831--Tails From The Area Code


Scuba Libre: Neophyte underwater adventurer Traci Hukill takes one last surface breath before her virgin dive.

Fifty-five feet below the ocean''s surface in a hazy world of green and blue, a geranium-red tatter spun lazily past my mask. Anchored to rocks on the substrate just below fluttered a small colony of more bryozoans, bright tiny handkerchiefs waving in the surge. I gathered my awkward, slow-moving fins beneath me and dove for a closer look. They felt like rose petals between my gloved fingers, like thin slick leather.

Not two feet away, nestled in a crook of craggy rock amid bristling urchins and lichen, rested a luminous white rose anemone, its many delicate tentacles resembling a bromeliad''s spikes. This one swayed a little seductively in repose, but another group of divers would later tell about the starfish they''d seen half digested by one of these beauties, three of its five arms emerging from the poisonous center of the lovely Tealia piscivora. I brushed an experimental piece of seaweed over the anemone''s tentacles and watched it contract minutely into its speckled armor.

Diving was hard work, but worth it. As my dive buddy and I ogled puffy ochre starfish hooked onto the rocky sides of underwater ravines, the time spent sweltering in the sun as we lugged equipment across the sand and completed our pre-dive check beneath 14mm of neoprene wetsuit were forgotten. And as we startled a fish burrowed under the sand 200 yards offshore, and watched it shoot past us and wiggle wildly back into the bottom, leaving no trace, we stopped thinking about the ice-cream headaches imparted by a 48-degree polar current.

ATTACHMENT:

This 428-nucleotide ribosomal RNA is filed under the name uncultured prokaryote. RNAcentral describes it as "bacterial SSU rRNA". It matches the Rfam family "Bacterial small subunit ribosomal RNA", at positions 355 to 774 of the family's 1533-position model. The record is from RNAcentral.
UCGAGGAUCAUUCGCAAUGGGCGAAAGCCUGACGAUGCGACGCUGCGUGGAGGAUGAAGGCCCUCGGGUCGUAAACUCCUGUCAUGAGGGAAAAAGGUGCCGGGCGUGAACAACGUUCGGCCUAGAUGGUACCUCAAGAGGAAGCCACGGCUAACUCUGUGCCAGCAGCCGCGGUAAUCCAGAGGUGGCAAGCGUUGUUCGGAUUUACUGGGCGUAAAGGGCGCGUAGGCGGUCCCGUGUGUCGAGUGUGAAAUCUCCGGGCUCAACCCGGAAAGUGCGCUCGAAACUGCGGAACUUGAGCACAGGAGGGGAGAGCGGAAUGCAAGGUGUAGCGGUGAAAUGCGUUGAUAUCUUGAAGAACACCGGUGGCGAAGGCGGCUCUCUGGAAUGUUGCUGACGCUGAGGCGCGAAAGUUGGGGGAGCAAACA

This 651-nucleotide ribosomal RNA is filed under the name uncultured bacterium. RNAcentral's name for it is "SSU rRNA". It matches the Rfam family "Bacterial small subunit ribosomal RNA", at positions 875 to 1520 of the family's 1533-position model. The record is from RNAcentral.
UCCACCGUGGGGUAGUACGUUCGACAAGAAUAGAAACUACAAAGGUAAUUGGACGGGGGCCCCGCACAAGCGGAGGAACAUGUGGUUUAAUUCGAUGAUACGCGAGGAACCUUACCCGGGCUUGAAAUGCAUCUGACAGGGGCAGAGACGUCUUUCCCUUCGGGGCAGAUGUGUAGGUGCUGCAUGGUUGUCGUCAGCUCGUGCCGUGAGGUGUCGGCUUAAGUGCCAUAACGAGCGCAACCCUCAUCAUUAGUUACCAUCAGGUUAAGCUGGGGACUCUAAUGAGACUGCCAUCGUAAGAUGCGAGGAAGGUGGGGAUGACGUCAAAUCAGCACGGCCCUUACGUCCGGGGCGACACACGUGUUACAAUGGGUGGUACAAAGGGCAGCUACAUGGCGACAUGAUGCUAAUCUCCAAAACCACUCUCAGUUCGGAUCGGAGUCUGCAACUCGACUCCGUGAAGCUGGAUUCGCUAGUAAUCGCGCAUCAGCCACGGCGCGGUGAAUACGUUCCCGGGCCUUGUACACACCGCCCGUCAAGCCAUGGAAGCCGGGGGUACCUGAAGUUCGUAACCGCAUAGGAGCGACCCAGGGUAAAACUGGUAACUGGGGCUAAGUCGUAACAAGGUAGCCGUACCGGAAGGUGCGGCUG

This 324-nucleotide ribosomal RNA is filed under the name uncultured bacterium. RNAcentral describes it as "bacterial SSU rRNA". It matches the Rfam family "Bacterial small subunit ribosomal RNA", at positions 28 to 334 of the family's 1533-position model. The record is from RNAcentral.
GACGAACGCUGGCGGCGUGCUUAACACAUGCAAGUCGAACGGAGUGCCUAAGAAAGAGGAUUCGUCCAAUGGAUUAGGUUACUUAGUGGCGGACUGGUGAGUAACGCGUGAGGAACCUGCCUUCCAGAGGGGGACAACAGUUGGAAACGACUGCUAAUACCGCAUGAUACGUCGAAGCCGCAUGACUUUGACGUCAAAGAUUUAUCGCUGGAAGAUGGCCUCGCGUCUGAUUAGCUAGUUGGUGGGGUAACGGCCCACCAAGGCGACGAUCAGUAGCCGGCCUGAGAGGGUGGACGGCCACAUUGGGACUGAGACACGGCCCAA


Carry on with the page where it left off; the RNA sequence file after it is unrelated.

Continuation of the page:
Like Neil Armstrong on the moon, my steps were flighty and exhilarated. I swam up or down as I chose, or turned somersaults in an atmosphere 800 times denser than air with senseless sounds echoing in my ears and the bubbles from my breath flipping upward like bright coins tossed up and carried away by a slow wind.

My journey to the bottom of the sea--well, to the bottom of its top floor, anyway--began with a phone call to a local SCUBA instructor. As I listened to a friendly male voice wax poetic about the wonders of the underwater world until he was utterly carried away with his own rapturous descriptions of fish, I had to smile. Here was a believer.

It did sound interesting--that Carmel Canyon that he enthusiastically compared to an underwater Grand Canyon. Snorkeling in pristine Hawaiian waters had alerted me to the very near presence of a completely other world peopled with bizarre flora and fauna--the obvious choice for the next frontier, in my opinion. So I signed up.

Lead-Bellied Frogs and Overturned Turtles

On the first evening of class, we assembled and sized each other up. We were young, ranging from 16 to 27 years old. We were poor or we had trust funds, we worked or we studied. Some, like my petite dive buddy, were athletic and fearless. Some were overcoming a fear of water.

The instructor entered, bringing with him an air of authority. He introduced himself briskly as Scotty, told us that diving had changed his life, and moved smartly on to the material. He proved a thorough taskmaster and a reassuring presence underwater. The crew of four divemasters, one assigned to each pair of students, ensured that everyone understood each procedure introduced during the three-week course. They cajoled and praised us like seasoned kindergarten teachers.

Our first excursion into open water was a beach dive off South Monastery Beach in Carmel, just around the corner from Point Lobos State Reserve. Suited up and weighted down like lead-bellied frogs, we made our clumsy way to the waterline, waddling backwards in fins while our instructors shouted encouragement and advice.